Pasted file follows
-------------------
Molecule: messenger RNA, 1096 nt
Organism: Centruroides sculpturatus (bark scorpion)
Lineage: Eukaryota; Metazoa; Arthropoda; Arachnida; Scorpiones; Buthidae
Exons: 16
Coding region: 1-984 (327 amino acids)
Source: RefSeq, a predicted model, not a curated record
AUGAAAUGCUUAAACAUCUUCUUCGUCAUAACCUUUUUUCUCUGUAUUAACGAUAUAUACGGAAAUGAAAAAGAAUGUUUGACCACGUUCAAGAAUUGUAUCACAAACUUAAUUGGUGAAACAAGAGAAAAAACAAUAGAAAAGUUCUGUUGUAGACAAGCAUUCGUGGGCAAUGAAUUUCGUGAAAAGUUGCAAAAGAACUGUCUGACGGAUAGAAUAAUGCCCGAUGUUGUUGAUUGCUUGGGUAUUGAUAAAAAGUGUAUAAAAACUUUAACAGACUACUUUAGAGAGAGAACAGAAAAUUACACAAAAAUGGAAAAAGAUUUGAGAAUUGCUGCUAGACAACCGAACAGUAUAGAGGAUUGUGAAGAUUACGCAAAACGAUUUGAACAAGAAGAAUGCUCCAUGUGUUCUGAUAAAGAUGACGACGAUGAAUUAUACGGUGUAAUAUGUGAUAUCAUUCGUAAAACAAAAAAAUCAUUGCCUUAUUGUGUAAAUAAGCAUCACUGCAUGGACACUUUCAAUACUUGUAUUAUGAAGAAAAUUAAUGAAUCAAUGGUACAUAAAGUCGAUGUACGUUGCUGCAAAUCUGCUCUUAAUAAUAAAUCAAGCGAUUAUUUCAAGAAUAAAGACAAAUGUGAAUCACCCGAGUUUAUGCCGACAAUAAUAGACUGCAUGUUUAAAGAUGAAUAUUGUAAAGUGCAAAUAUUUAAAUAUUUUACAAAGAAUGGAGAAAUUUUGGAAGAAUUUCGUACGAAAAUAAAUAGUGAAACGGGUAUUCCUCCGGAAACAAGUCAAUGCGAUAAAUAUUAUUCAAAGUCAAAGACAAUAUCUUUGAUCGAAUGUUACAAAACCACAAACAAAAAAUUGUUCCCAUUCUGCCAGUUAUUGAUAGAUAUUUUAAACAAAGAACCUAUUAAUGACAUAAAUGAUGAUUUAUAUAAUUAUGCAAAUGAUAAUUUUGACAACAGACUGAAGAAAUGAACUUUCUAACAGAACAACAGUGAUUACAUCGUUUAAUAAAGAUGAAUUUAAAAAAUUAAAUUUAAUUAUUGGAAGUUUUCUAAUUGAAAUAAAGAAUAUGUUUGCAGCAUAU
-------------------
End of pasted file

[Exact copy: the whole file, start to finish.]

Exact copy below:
Molecule: messenger RNA, 1096 nt
Organism: Centruroides sculpturatus (bark scorpion)
Lineage: Eukaryota; Metazoa; Arthropoda; Arachnida; Scorpiones; Buthidae
Exons: 16
Coding region: 1-984 (327 amino acids)
Source: RefSeq, a predicted model, not a curated record
AUGAAAUGCUUAAACAUCUUCUUCGUCAUAACCUUUUUUCUCUGUAUUAACGAUAUAUACGGAAAUGAAAAAGAAUGUUUGACCACGUUCAAGAAUUGUAUCACAAACUUAAUUGGUGAAACAAGAGAAAAAACAAUAGAAAAGUUCUGUUGUAGACAAGCAUUCGUGGGCAAUGAAUUUCGUGAAAAGUUGCAAAAGAACUGUCUGACGGAUAGAAUAAUGCCCGAUGUUGUUGAUUGCUUGGGUAUUGAUAAAAAGUGUAUAAAAACUUUAACAGACUACUUUAGAGAGAGAACAGAAAAUUACACAAAAAUGGAAAAAGAUUUGAGAAUUGCUGCUAGACAACCGAACAGUAUAGAGGAUUGUGAAGAUUACGCAAAACGAUUUGAACAAGAAGAAUGCUCCAUGUGUUCUGAUAAAGAUGACGACGAUGAAUUAUACGGUGUAAUAUGUGAUAUCAUUCGUAAAACAAAAAAAUCAUUGCCUUAUUGUGUAAAUAAGCAUCACUGCAUGGACACUUUCAAUACUUGUAUUAUGAAGAAAAUUAAUGAAUCAAUGGUACAUAAAGUCGAUGUACGUUGCUGCAAAUCUGCUCUUAAUAAUAAAUCAAGCGAUUAUUUCAAGAAUAAAGACAAAUGUGAAUCACCCGAGUUUAUGCCGACAAUAAUAGACUGCAUGUUUAAAGAUGAAUAUUGUAAAGUGCAAAUAUUUAAAUAUUUUACAAAGAAUGGAGAAAUUUUGGAAGAAUUUCGUACGAAAAUAAAUAGUGAAACGGGUAUUCCUCCGGAAACAAGUCAAUGCGAUAAAUAUUAUUCAAAGUCAAAGACAAUAUCUUUGAUCGAAUGUUACAAAACCACAAACAAAAAAUUGUUCCCAUUCUGCCAGUUAUUGAUAGAUAUUUUAAACAAAGAACCUAUUAAUGACAUAAAUGAUGAUUUAUAUAAUUAUGCAAAUGAUAAUUUUGACAACAGACUGAAGAAAUGAACUUUCUAACAGAACAACAGUGAUUACAUCGUUUAAUAAAGAUGAAUUUAAAAAAUUAAAUUUAAUUAUUGGAAGUUUUCUAAUUGAAAUAAAGAAUAUGUUUGCAGCAUAU